The Game of Reality

I have been making decisions in my life since I can remember myself. With every decision, a number of uncertain events unfold. Usually, I  have a reason to make a decision, in order to cause a specific outcome but the outcome can turn out to be completely different from what I had in mind. That happens because my decision is not the only factor that can determine the outcome. To me, there seems to be a connection between my decisions and the outcomes. Each outcome caused by my actions creates another event, making a “chain” of events out of my decisions.

            Every day I notice how my decisions affect my life. When I have to take the train to go to work but by the time I reach the door of the train, the door closes and I miss the train. The first thing that comes to my mind is that the reason I lost that train was that I waited 30 seconds on a traffic light, right before I reach the station. But then I realize that before that I stopped for 10 seconds to stare at that good looking red car and before that, I had an old lady in front of me who walked so slow that caused me to lose another 5 seconds. And it goes back to the time where I wake up late because last night I slept for 3 hours. If I keep going back I will reach the point of my birth. I was making this “chain” of events since I was born, but before I was born, even though I wasn’t self-conscious, I existed and I was affecting my mother’s decisions.

            So when I say that one thing causes another thing, what I think is a chain of reactions. Like in the game of chess. Each player makes a move and creates a number of options. The other player will have to choose one of them and then that move will cause another number of possible moves. That number of possible moves for each player in every turn seems to be countless, but like in every game, chess has certain rules, and the rules will determine the next move.

            In real life we have rules too. Our society has set certain rules based on morals, ethics, Justice, religion and other factors that target on achieving for any living being or not living thing to coexist in harmony and peace, eliminating any possible threats leading to chaos, aiming for the development of our society and human relationships as well as the enviromental protection which is vital for our survival, etc.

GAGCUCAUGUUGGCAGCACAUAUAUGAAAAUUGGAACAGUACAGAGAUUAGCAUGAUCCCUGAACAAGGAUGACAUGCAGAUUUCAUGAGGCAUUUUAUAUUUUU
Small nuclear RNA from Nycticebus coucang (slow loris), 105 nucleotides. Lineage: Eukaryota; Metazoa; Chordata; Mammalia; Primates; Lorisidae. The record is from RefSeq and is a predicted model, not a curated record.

In some degree these rules limit our freedom of choice. Let me make an example. China is known to have some strict rules with regard to internet. People living in China are not allowed to use internet that has access to any web site outside their country, which makes it nearly impossible to communicate with people from China nowadays. That means that  their access to online information is limited because it is against the law to access foreign web sites. This restriction limits not only their options online but also their communication around the rest of the world.

            Examples like the one above prove that our number of choices depend on the rules we set as a society.

I believe society limits my freedom of choice. My family helped me to grow in a healthy environment in which I respect the rules, even though I know I can break them. So my childhood environment affects my choices, and there are probably other factors as well, in which we can not prove at the moment. But for those who break the rules, we should blame society, more than we blame them. By letting a child grow in a wrong environment, the chances of having problems in the future are higher. If society wanted to protect the child, then the child would be protected.

In a world where everything depends on those rules, we should at least demand to make them fair. Otherwise, if we let the problems unsolved the future will inevitably be problematic as well. One problem will lead to another problem, and that is how one thing can cause another thing.

One thought on “The Game of Reality

  1. Sharifa Thompson

    I agree with you life is indeed like a game of reality. Formal and informal rules pave the way for paths of least resistance which present us with a limited amount of choices. I think a lot of the points you brought up can be viewed best through an understanding of the interaction of the self and society and the self vs. society. This was a great read and very relatable.

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